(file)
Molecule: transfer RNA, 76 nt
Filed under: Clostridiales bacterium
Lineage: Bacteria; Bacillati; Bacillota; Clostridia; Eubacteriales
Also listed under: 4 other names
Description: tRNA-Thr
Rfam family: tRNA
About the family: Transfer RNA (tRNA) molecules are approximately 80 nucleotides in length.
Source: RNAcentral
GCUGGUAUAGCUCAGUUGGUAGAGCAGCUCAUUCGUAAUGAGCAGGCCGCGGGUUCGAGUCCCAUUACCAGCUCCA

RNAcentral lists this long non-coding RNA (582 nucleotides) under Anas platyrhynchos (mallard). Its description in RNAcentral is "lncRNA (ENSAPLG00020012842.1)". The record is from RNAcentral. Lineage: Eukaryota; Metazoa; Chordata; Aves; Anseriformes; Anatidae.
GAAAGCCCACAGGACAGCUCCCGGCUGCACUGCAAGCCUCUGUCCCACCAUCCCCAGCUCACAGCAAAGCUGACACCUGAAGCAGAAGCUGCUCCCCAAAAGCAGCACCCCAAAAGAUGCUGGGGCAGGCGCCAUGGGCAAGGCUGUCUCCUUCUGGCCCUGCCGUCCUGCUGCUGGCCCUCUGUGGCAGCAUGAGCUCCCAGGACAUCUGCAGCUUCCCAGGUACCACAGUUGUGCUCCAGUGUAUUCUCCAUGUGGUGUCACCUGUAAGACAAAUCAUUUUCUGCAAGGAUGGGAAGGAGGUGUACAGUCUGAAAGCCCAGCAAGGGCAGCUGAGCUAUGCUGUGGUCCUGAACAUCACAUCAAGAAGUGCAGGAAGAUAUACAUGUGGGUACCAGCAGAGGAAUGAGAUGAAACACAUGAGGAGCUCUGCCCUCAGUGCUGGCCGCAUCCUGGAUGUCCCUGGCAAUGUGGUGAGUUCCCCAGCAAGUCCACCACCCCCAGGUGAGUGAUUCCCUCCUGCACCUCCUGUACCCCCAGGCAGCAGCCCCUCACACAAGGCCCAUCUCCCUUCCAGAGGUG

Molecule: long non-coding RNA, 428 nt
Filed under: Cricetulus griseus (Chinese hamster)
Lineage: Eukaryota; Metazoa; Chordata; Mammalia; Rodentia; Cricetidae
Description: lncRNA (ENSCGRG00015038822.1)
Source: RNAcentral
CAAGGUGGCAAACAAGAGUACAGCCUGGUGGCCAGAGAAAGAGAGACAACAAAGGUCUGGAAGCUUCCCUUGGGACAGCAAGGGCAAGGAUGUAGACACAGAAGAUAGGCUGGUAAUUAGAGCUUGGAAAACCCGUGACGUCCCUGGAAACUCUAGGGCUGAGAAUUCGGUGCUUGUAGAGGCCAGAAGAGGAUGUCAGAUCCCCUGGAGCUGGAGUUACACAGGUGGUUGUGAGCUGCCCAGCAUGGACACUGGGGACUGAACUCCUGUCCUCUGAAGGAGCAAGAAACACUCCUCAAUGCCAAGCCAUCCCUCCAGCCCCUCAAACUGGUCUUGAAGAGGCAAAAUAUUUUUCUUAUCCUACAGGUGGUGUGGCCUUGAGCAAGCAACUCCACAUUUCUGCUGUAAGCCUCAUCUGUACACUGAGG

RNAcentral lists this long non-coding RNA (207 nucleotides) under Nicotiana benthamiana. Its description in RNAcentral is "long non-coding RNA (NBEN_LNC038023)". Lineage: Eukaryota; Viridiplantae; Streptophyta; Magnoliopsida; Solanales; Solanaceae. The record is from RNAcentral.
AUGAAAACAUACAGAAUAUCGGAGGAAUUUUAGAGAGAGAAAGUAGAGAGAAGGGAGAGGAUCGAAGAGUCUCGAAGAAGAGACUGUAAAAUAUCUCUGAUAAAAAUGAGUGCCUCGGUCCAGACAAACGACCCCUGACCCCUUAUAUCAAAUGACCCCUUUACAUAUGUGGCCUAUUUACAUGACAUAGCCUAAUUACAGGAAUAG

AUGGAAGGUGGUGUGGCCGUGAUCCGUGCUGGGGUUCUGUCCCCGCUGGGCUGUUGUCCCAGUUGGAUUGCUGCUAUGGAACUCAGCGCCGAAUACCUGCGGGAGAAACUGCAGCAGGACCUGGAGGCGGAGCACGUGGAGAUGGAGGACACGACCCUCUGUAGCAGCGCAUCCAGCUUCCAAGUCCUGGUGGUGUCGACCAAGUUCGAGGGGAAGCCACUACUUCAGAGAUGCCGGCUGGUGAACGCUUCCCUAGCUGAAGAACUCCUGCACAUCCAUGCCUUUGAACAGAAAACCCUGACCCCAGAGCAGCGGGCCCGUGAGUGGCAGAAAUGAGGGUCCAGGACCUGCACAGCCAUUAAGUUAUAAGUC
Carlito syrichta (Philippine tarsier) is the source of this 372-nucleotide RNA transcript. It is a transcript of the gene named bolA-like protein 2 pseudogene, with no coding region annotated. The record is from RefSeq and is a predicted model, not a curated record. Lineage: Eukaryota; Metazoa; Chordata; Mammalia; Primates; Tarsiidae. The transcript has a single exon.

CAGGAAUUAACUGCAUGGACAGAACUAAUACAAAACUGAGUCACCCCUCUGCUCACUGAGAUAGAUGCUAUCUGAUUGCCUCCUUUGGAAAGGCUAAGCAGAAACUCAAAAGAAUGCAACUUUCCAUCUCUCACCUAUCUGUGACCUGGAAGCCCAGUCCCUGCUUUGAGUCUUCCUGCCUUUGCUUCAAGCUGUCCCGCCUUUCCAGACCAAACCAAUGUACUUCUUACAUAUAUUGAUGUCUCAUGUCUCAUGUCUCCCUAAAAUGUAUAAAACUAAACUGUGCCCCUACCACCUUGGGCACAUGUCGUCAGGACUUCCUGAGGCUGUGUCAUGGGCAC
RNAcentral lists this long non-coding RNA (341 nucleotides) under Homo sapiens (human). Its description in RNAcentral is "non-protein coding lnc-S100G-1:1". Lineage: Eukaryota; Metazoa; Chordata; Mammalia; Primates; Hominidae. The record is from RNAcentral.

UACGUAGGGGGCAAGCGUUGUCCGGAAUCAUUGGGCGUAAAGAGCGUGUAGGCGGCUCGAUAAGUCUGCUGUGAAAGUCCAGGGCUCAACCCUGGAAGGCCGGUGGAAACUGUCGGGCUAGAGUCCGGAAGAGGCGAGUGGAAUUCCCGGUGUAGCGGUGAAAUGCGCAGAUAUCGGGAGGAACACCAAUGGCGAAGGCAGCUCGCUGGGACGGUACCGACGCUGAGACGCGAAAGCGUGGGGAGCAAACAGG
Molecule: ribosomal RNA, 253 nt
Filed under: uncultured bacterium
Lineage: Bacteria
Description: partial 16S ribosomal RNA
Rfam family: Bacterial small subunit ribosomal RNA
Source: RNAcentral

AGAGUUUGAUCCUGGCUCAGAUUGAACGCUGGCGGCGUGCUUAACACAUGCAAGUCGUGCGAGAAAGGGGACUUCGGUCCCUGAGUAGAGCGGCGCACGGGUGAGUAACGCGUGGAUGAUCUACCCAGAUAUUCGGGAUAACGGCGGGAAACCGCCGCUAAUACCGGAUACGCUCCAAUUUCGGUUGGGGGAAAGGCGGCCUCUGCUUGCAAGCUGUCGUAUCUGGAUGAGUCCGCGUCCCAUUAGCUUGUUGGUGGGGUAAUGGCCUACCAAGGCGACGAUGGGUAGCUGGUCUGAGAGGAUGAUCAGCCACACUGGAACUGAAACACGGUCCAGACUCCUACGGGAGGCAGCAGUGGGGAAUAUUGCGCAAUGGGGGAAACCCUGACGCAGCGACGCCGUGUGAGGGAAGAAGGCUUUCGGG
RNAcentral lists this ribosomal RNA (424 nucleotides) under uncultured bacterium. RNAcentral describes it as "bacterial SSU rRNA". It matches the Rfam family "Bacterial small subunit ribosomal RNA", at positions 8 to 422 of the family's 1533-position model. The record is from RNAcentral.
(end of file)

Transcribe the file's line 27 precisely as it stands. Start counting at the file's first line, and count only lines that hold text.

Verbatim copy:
Lineage: Bacteria